Britain will ‘categorically’ LEAVE the customs union, May confirms ahead of Barnier talks

Posted on Feb 5 2018 - 3:38pm by admin

After backbench Brexiteers accused Remain-backing Chancellor Philip Hammond of trying to take control of Britain’s future relationship with the EU and keep the UK as closely aligned as possible with the EU, a No 10 source said: “It is not our policy to be in the customs union.”

In a customs union Britain would retain tariff-free trade within the EU but would be unable to strike its own deals with other countries.

Many Brexiteers remain adamant Britain must leave the customs union in order to reap the trade benefits of quitting the bloc, with superpowers including the United States, China and South Korea among the countries thought to be keen to strike trade deals with the UK.

Speaking to the BBC’s Andrew Marr yesterday, Home Secretary Amber Rudd suggested “a form of customs agreement” would be needed to maintain the “frictionless trade” between Britain and the EU.

The news comes as the EU’s chief Brexit negotiator Michel Barnier warned Britain to respect the EU’s red lines as he prepared to travel to London for talks with his British counterpart David Davis and Theresa May.

He said both the EU and the UK have not a minute to lose in Brexit talks as he revealed he has a busy week ahead before Brexit talks resume.

Mr Barnier said: “There’s so much work so for this reason we have decided to accelerate all the useful contacts.

“I will be in London today, tomorrow in Strasburg to get the European Parliament. I will be in Frankfurt on Wednesday to meet Draghi and the European Central Bank.

“I will be meeting national governments, trade unions and business communities.

“We want a deal respecting the guidance of the European Council, respecting the rules of the single market and the euro.”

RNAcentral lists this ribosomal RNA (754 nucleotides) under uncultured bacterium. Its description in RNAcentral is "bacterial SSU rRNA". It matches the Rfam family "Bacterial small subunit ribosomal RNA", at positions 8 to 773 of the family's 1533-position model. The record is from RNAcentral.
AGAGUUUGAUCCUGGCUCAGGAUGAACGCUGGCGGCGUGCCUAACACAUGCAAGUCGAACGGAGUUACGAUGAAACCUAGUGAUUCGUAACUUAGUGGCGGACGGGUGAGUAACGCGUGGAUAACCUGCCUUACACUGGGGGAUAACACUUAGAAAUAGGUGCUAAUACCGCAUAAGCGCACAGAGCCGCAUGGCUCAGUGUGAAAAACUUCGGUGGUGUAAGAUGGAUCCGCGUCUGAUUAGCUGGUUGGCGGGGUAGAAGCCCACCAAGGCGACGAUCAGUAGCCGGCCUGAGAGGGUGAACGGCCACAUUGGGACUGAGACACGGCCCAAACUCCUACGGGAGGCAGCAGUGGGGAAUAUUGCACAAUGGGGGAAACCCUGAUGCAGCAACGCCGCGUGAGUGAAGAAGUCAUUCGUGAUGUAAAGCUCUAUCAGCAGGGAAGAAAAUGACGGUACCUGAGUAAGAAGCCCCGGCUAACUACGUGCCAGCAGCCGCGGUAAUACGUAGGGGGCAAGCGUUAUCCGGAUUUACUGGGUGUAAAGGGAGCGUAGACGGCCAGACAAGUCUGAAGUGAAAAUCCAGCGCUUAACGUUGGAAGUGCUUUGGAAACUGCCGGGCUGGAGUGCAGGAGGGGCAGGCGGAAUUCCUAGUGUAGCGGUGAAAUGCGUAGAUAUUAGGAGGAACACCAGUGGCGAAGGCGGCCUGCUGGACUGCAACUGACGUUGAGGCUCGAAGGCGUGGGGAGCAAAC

The EU’s chief Brexit negotiator is due for talks in London later today ahead of a week of negotiations set to focus on Britain’s future relationship with the EU.

What is a customs union?

A customs union goes one step further than a free trade area with members agreeing to apply the same tariffs to goods entering the union from external countries.

Once goods are inside the union, they can move across borders tariff-free. For example, if an American good enters France (part of the EU customs union) if can travel onwards to Italy or Germany without having to pay additional taxes.

Downing Street has ruled out staying in the EU customs union but has backed the prospect of staying in a customs union – that is, a similar arrangement but with the ability to strike trade deals with other countries.

Turkey is part of a customs union with the EU but not in the single market. The deal does not cover food or agriculture, services or government procurement.

Liam Fox has suggested that Britain might remain a part of the EU customs union as part of the transitional period.

Alternatively the UK could follow Norway’s lead. Norway is part of the single market but not the customs union, meaning it sets its own tariffs on external goods, while Norwegian products are imported freely into the EU.

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